4 Strategies for Evaluating Your Goals

a woman holding a paper that has a confused look on her face as she is looking into a laptop as she is planning her goals.

We stress the importance of setting goals all the time. For anyone to achieve success, it’s crucial that they have goals set and are constantly working to achieve them.

Achieving your goals means having a plan. Without one, success is very unlikely. As Harvey McKay said, “Failures don’t plan to fail; they fail to plan.” And for a plan to succeed, you must inspect the plan carefully. Only by evaluating your goals and the steps you’re taking to get there will you have a chance of success.

Here are 4 strategies for evaluating your goals to make sure you’re on the right track:

  1. Make them both concrete and flexible. Goals need to be concrete in that they are written down and firmly planted in your mind. It’s not enough to want to save more money or pay off debt. One must know how much to save and by when. Know how you will pay off your debts and create a plan for getting there. At the same time, those goals need to be flexible. If you’re falling short, you need to be able to revise those goals so that you can keep making forward progress. Ironically, the more concrete you make them, the more flexible they’ll be: writing down your specific goals and all of the steps you plan to take to achieve them gives you a concrete plan that you can edit if necessary. Nebulous goals that you occasionally go over in your mind aren’t as flexible because they’re less fully formed. Create a written, concrete set of goals and you’ll have something you can work with if you need to revise your goals to get back on track.
  2. Measure your desire. Sometimes you’ll come up with a goal that is based on a whim or a temporary obsession. You won’t really be able to achieve your goals unless you have the true desire to succeed. Maybe you got interested in becoming a gourmet chef and are saving towards the cost of a top-of-the-line oven. Evaluate that desire; if your interest in cooking is a temporary fad, you should know when to revise and put that goal aside and move those funds to a more vital purpose. If you feel that your desire is still as strong as ever, then you’ll know that you’re working toward a goal that will make your life more fulfilling. The flip side of this is that some worthy goals may seem undesirable; you might want to get into better shape, but exercise is hard work and time-consuming. Smoking brings you pleasure in the short term, so the goal of quitting might not seem like something you really want to achieve. In these cases, think of all the benefits of success and write them down. Then think of all the detriments of failing to achieve your goal and write those down, too. The more the benefits add up, the more you’ll really want to succeed, and the more likely you’ll be to get there.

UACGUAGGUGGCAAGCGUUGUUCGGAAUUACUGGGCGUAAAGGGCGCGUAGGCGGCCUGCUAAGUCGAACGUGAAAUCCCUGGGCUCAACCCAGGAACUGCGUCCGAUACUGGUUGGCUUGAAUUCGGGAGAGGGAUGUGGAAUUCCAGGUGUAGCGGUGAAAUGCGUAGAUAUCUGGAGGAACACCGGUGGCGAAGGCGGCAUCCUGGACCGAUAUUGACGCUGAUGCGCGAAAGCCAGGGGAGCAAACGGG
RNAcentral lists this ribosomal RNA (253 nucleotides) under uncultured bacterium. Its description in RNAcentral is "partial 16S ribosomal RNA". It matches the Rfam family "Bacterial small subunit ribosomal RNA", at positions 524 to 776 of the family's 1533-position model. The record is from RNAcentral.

3. Make sure your goals are not inconsistent. This is a big reason why goals should not be considered in isolation. Create a whole list of goals from all areas of your life and make sure they aren’t mutually exclusive. If one of your goals is to travel around the world, and another is to pay down your excessive debt, then you’re not likely to be able to achieve both. Focus on achieving on of the goals first (paying off the debt, in this case), then set to work saving for the second goal. When comparing your goals in this way, it’s important to know what’s more important and make those goals your first priority. The goal of saving up for your kids’ private school tuition is going to take precedence over saving up for a new Jet Ski or snowmobile.
  4. Is there a way to test them? If your goals are not testable, then they haven’t been thought through thoroughly enough. ”To retire rich” isn’t a goal; it’s a wish. It becomes a goal when you create a concrete but flexible plan for getting there. Give yourself a way to measure your progress. With paying down debt, it’s easy, because you only need to look at your credit card statements to see if you’re making progress. If your goal is to have a better relationship with your family, it’ll be harder. Think about keeping track of how much time you spend with them, or plan a regular activity that you can keep track of, like joining a bowling league or starting a family game night. Whatever your goal is, you need to figure out how to measure whether you’re having any success in moving toward it.

Like we’ve said many times, setting goals is crucial, but it’s only the first step. To be successful in achieving those goals, you have to constantly evaluate them to determine whether they’re worthwhile and whether you’re making progress toward them. In other words, “inspect what you expect.” As we said above, you won’t be able to achieve your goals without a plan, but you can’t create a workable plan until you’ve evaluated your goals to ensure they are worth the effort.

Since 1974, we’ve helped thousands of people set goals and get on the path toward achieving them. We know from our experience that anyone can succeed if they set goals and plan intelligently.

If your goals include paying off debt, saving on your mortgage, or becoming a homeowner, contact our financial counselors to get the solutions you are looking for.

Article written by
Melinda Opperman
Melinda Opperman is an exceptional educator who lives and breathes the creation and implementation of innovative ways to motivate and educate community members and students about financial literacy. Melinda joined credit.org in 2003 and has over two decades of experience in the industry.

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